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Obama the Fear Monger

The more Obama fear mongers over the economic situation the more wary I become of these stimulus packages. I’ve noted before that this is the standard tactic used by politicians to increase the size and scope of government. We must act now or all will be lost! Failure to act will bring about catastrophic results. The economy will simply up and vanish I guess. And it also makes me wonder what exactly is in the stimulus package that we must pass it virtually sight unseen.

Update (Steve Verdon): Would you just shut up and pass the damn stimulus bill!

A government watchdog group says the federal government overpaid for stocks and other assets from financial institutions under its $700 billion rescue program.

The chairwoman of the Congressional Oversight Panel for the bailout funds told the Senate Banking committee Thursday that Treasury in 2008 paid $254 billion and received assets worth about $176 billion.

You idiots, don’t you know there is a catastrophe brewing. Just shut up and trust the government. They never lie or mislead you.

Update (Steve Verdon): No prospect of profit.

U.S. taxpayers may be stuck with losses on $30 billion of Bear Stearns Cos. assets owned by the Federal Reserve even though the central bank has said otherwise, according to Robert A. Eisenbeis, Cumberland Associates Inc.’s chief monetary economist.

“There is no prospect for a profit on the assets,” Eisenbeis wrote in a report yesterday. “Losses are mounting.”

[...]

“The transaction was not structured with adequate over- collateralization to protect the taxpayers from losses,” based on the risks associated with housing-related assets at the time, Eisenbeis wrote.

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About Steve Verdon
Steve has a B.A. in Economics from the University of California, Los Angeles and attended graduate school at The George Washington University, leaving school shortly before staring work on his dissertation when his first child was born. He works in the energy industry and prior to that worked at the Bureau of Labor Statistics in the Division of Price Index and Number Research.

Comments

  1. JKB says:

    Well we do have 500 million Americans losing their jobs every month. On the other hand to keep that up for more than a month there has to be lots and lots of hiring going on.

    Not to mention all those reporters losing their Obama PR jobs and the NY Times and such.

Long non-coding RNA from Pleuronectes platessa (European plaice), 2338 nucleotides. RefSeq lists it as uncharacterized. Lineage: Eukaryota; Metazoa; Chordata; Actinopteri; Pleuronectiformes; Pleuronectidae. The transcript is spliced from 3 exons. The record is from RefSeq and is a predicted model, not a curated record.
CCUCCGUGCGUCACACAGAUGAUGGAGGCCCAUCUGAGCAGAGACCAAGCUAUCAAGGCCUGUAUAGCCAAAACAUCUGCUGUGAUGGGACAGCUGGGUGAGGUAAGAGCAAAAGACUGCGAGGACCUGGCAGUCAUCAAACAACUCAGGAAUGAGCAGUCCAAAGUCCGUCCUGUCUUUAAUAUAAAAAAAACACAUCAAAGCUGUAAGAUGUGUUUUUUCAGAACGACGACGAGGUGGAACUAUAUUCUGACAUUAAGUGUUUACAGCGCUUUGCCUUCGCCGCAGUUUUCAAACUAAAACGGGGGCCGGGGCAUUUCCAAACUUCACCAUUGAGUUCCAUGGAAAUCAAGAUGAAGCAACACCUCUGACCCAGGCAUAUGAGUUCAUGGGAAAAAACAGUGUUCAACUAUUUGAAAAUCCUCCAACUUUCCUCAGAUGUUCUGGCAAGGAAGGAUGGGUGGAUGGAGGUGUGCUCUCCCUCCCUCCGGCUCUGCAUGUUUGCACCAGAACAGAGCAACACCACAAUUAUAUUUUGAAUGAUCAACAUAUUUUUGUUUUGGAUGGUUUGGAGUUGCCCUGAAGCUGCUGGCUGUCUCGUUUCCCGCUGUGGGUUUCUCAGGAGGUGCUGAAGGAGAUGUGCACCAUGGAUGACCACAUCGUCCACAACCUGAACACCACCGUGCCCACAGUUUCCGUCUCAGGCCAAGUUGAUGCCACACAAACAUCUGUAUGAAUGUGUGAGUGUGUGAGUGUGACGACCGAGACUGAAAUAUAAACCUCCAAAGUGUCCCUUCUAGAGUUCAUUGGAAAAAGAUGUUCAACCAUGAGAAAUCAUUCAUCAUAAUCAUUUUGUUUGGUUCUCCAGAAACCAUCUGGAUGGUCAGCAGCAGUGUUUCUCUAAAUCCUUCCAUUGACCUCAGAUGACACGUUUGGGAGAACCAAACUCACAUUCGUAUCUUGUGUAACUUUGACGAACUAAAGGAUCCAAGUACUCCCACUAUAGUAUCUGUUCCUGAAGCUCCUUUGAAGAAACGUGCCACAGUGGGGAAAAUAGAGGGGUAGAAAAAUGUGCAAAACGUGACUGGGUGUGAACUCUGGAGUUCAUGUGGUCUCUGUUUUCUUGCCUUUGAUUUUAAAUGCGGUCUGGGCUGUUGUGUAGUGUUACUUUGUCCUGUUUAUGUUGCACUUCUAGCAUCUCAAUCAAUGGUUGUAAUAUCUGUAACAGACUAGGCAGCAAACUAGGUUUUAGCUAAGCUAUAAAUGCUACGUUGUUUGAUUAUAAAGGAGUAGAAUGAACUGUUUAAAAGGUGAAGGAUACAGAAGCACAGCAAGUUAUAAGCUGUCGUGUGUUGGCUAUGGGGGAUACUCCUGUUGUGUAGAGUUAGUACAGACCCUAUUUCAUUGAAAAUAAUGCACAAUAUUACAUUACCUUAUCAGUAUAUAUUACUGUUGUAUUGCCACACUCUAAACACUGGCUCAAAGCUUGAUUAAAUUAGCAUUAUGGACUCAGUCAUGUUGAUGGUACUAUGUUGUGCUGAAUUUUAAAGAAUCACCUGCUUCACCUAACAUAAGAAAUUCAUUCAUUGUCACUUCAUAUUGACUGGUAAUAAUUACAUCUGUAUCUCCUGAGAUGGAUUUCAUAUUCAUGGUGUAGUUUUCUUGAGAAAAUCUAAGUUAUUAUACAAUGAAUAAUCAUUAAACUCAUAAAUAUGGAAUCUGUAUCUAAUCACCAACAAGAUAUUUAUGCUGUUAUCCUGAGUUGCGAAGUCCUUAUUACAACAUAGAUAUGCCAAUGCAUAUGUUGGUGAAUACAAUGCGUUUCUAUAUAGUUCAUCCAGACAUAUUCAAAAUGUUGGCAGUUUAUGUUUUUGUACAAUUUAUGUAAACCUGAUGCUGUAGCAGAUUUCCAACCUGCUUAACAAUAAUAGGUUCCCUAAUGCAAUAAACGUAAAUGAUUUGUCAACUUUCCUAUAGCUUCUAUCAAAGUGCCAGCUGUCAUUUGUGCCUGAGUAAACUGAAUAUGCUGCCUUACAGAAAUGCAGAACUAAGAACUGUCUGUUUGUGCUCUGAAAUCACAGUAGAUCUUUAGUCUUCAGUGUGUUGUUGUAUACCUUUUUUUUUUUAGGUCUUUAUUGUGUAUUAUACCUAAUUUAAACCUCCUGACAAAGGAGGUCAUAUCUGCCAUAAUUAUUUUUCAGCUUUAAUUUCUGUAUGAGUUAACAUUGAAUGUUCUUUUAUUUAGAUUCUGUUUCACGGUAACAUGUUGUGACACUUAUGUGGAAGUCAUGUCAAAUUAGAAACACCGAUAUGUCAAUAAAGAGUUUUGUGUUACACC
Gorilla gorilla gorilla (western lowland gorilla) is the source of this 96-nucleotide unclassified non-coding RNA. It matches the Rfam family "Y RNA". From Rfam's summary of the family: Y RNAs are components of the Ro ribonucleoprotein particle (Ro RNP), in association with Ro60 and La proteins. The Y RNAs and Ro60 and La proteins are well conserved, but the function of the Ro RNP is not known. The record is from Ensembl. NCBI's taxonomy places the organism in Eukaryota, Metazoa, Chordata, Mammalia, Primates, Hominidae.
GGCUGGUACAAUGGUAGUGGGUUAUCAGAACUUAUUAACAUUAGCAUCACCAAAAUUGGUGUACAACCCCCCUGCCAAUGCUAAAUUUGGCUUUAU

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  2. Scott Swank says:

    The facts have a well-known liberal bias.

    http://www.calculatedriskblog.com/2009/01/january-economic-summary-in-graphs.html

    Fear-mongering indeed.

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  3. ptfe says:

    Virtually sight unseen! (It’s amazing what these Internets can do.)

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  4. ptfe says:

    (Which would have been far more entertaining if I’d linked to the Senate version.)

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  5. Rick Almeida says:

    The more Obama fear mongers over the economic situation the more wary I become of these stimulus packages.

    Which is amazing, considering your wariness from the get-go and philosophical obection to such packages in principle.

    it also makes me wonder what exactly is in the stimulus package that we must pass it virtually sight unseen.

    You could read it, and then it would not be sight unseen.

    In fact, I think a thoughtful reading by an educated person could be very helpful.

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  6. Steve Verdon says:

    Actually ptfe this is what I look to the Republican for. I see their job as picking that bill apart and pointing to all the crap that is in it. Or at least the stuff they think is crap. That way we can try to make up our minds.

    Trying to read through one of those bills as a single is a huge task. It has 316 pages of legislative double speak in it so any individual would take a very long time to read through it.

    Thus the “Hurry up and pass it before we all die!!!!111one!!eleven!!” rhetoric has me suspicious.

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  7. Rick Almeida says:

    Soooo…it’s too hard to read, and reading it is someone else’s job, so best to complain about it regardless? Is that pretty much where we are?

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  8. Triumph says:

    Obama is a chicken-little sky-is-falling liberal–just like Al Gore and his global warming science buddies.

    The 7.1% unemployed population are simply filled with a bunch of lazy, work-adverse, whiners.

    The fact that the Dow is down 36% over the last year is just tough beans for all of those elite liberals who voluntarily decided to put their money into get-rich-quick schemes as a way to support their arugula habits.

    The only reason Obama is using these scare tactics is to push public funds to his non-tax paying buddies’ salaries.